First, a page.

There has been a lot of talk about another MMO of late, the recently released The Elder Scrolls Online for PC. Making fewer waves but presenting a better overall game was the PlayStation 4 version of Final Fantasy XIV: A Realm Reborn. This title has been out for several months now on PC and PlayStation 3, where it was warmly received by both critics and the community, but this is our first full review of the game – and we thought its recent release to PlayStation 4 was the perfect time to take a step back and look at it.
This is not the first time Square Enix has taken their Final Fantasy series to the MMO arena, but it certainly feels like their best offering. A gorgeous video introduction greets you when first starting the game, and then you get to delve into one of my favorite aspects of any MMO – the character creation. There is enough variety in the races, sub-races and class types to keep characters from all feeling the same once you venture out into the world for the first time.
For those familiar with the MMO structure, there are few surprises right out of the gates. You are introduced as an adventurer, new to the area and seeking face, fortune or glory. Of course, those lofty goals are well out of reach at the beginning as you are brought along on your adventure rather slowly. You are introduced to important parts of the city and the surrounding wilds through various fetch and kill quests. These often provide you with additional experience, currency and items above and beyond what you would earn by simply killing things at random in the wild.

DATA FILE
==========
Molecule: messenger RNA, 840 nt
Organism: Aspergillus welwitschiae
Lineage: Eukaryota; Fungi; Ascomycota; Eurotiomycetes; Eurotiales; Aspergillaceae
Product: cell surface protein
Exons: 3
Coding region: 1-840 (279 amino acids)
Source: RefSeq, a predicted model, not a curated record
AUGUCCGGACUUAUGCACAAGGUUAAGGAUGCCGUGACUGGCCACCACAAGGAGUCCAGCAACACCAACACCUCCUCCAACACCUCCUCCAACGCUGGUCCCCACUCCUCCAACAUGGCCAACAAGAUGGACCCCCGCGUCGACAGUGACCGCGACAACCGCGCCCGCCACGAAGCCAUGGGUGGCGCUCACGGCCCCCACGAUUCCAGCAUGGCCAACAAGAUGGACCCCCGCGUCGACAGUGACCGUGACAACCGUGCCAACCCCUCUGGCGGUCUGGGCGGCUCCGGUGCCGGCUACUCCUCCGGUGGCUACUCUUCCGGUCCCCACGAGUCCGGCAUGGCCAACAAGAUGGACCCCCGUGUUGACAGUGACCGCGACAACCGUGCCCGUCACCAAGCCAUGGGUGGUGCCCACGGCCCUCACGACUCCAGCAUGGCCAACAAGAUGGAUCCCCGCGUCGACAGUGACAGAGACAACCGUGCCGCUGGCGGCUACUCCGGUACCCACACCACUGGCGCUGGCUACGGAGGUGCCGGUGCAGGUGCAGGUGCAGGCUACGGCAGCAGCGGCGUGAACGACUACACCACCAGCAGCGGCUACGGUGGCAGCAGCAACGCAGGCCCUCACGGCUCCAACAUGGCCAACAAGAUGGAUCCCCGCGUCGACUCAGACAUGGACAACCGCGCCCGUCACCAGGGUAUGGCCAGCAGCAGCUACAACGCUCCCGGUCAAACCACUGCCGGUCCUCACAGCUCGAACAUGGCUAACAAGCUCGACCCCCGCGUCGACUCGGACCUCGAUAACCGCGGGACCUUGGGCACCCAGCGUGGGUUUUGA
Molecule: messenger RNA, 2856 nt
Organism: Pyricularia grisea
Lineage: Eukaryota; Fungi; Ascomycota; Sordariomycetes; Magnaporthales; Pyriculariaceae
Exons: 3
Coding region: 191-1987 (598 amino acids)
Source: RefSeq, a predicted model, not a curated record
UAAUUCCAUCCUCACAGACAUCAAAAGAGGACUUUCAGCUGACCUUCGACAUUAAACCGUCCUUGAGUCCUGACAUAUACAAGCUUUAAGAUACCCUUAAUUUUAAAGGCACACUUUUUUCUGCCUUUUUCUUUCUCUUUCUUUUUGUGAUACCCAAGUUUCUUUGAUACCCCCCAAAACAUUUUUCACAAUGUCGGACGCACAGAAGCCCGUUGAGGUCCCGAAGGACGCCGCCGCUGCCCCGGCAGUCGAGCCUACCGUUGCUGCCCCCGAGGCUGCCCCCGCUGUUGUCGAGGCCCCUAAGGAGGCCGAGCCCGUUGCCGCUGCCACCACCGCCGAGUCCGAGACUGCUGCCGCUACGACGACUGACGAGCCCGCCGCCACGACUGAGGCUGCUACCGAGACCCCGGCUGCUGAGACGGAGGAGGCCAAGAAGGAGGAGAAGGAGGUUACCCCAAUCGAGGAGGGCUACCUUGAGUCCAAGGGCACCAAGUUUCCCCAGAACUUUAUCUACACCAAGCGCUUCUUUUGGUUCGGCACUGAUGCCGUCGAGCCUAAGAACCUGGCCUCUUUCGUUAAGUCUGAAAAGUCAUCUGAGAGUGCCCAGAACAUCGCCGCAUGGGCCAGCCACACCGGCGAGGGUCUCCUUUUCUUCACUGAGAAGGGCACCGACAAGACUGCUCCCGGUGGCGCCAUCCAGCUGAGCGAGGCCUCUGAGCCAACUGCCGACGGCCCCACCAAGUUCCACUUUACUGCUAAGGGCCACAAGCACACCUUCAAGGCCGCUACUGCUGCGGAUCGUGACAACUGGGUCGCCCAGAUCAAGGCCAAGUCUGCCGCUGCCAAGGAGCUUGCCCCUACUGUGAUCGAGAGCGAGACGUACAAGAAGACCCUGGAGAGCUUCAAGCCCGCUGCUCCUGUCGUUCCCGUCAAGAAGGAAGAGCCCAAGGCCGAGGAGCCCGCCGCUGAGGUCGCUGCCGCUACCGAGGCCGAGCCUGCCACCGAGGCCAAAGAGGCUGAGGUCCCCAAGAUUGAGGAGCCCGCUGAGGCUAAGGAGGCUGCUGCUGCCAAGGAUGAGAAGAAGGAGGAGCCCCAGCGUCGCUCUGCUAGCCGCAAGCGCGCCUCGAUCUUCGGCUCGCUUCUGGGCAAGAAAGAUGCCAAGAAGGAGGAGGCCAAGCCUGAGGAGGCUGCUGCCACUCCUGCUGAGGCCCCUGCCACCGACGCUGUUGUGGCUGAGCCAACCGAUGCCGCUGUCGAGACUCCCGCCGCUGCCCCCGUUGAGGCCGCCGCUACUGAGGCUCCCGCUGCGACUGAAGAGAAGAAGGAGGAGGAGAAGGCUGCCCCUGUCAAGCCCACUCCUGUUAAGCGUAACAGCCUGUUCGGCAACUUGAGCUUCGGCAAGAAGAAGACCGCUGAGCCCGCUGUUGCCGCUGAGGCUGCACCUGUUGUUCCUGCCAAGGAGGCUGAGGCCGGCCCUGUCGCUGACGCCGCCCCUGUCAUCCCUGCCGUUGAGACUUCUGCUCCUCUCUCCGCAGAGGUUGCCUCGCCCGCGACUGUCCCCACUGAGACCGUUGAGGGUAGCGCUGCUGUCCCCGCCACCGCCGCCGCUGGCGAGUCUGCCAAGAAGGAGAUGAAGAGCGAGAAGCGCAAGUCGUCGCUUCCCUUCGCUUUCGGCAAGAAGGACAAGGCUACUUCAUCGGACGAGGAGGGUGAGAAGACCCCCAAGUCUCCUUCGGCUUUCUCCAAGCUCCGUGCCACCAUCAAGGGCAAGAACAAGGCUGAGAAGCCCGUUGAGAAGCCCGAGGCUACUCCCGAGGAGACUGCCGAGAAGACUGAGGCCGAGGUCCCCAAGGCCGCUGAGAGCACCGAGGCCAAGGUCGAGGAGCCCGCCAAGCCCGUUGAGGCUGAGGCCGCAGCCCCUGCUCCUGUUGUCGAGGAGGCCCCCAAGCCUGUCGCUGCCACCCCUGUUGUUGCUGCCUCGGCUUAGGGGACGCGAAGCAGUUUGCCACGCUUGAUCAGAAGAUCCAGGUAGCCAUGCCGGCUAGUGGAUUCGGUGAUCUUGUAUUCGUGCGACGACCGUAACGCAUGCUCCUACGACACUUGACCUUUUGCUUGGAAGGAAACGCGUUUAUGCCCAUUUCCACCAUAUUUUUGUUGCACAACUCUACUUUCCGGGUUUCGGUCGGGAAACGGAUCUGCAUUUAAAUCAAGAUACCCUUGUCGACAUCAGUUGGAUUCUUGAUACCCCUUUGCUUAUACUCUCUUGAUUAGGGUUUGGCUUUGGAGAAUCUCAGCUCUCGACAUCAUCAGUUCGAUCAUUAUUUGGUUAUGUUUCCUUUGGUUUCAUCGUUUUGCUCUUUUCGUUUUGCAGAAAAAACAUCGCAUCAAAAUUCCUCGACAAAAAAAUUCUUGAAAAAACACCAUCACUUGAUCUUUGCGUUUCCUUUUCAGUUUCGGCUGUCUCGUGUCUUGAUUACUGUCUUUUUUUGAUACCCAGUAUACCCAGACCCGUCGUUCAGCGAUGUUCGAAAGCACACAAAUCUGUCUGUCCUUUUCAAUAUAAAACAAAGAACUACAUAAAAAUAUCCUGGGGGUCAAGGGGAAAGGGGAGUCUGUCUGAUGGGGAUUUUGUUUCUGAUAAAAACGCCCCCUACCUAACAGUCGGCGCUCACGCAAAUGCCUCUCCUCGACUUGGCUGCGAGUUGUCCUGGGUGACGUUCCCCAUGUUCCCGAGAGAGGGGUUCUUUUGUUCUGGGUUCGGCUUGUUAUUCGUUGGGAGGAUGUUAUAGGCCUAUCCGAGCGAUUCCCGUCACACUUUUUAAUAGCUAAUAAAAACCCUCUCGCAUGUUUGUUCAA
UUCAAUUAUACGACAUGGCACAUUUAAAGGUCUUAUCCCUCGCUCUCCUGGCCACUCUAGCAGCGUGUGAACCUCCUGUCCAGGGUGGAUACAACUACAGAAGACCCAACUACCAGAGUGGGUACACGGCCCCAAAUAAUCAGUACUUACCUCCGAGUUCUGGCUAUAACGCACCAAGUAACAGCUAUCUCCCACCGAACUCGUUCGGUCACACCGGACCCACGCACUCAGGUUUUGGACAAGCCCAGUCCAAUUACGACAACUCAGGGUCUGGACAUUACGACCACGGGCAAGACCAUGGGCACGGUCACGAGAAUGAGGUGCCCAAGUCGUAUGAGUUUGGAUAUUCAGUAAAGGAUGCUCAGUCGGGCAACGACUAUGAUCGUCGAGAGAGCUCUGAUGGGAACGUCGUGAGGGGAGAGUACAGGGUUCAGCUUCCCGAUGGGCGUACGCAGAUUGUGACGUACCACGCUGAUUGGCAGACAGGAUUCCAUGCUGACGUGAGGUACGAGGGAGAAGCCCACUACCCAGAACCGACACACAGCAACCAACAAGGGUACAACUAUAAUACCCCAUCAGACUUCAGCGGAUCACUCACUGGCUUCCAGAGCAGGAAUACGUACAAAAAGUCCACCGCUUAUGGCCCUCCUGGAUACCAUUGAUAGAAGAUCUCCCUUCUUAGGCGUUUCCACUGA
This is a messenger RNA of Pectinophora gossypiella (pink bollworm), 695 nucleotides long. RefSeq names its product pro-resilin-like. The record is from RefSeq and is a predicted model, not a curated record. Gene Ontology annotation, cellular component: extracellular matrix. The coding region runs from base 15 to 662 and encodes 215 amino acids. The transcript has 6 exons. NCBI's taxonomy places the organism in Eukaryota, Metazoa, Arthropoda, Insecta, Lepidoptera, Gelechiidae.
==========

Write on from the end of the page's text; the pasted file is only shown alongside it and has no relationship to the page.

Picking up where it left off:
As you gain experience and levels, you open up new skills, more quest options, a gradually advancing primary storyline and more. So far people who have spent years looking for golden exclamation marks over NPC heads in World or Warcraft or crafting items in an Everquest game are probably quite familiar with these conventions, but thankfully Final Fantasy XIV: A Realm Reborn offer enough new twists to make it feel free, yet familiar.
One of the more interesting features is the ability to shift classes by changing the type of weapon you are using. This is a good deal more flexible than what you see in most other games. Of course, if you are pumping yourself full of stats that relate to a melee class, you might make for a poor healer, but in principle you can switch classes quite easily. Each class has its own level, so you start off at the introductory level of 1 for each and still have to invest the effort in improving. This applies to the crafting classes as well, which you obviously will not use in combat – but you can switch to a smith’s tools to start creating armor or weapons while in the city.
The FATE system is not new, but it is pretty similar to something that we found in Guild Wars 2 and that worked really well both there and here as well. There was already plenty to do as you wander around the countryside, but these larger group activities that spring up all over the map give the world of Eorzea a sense of living, breathing and changing existence.
Graphics – 9: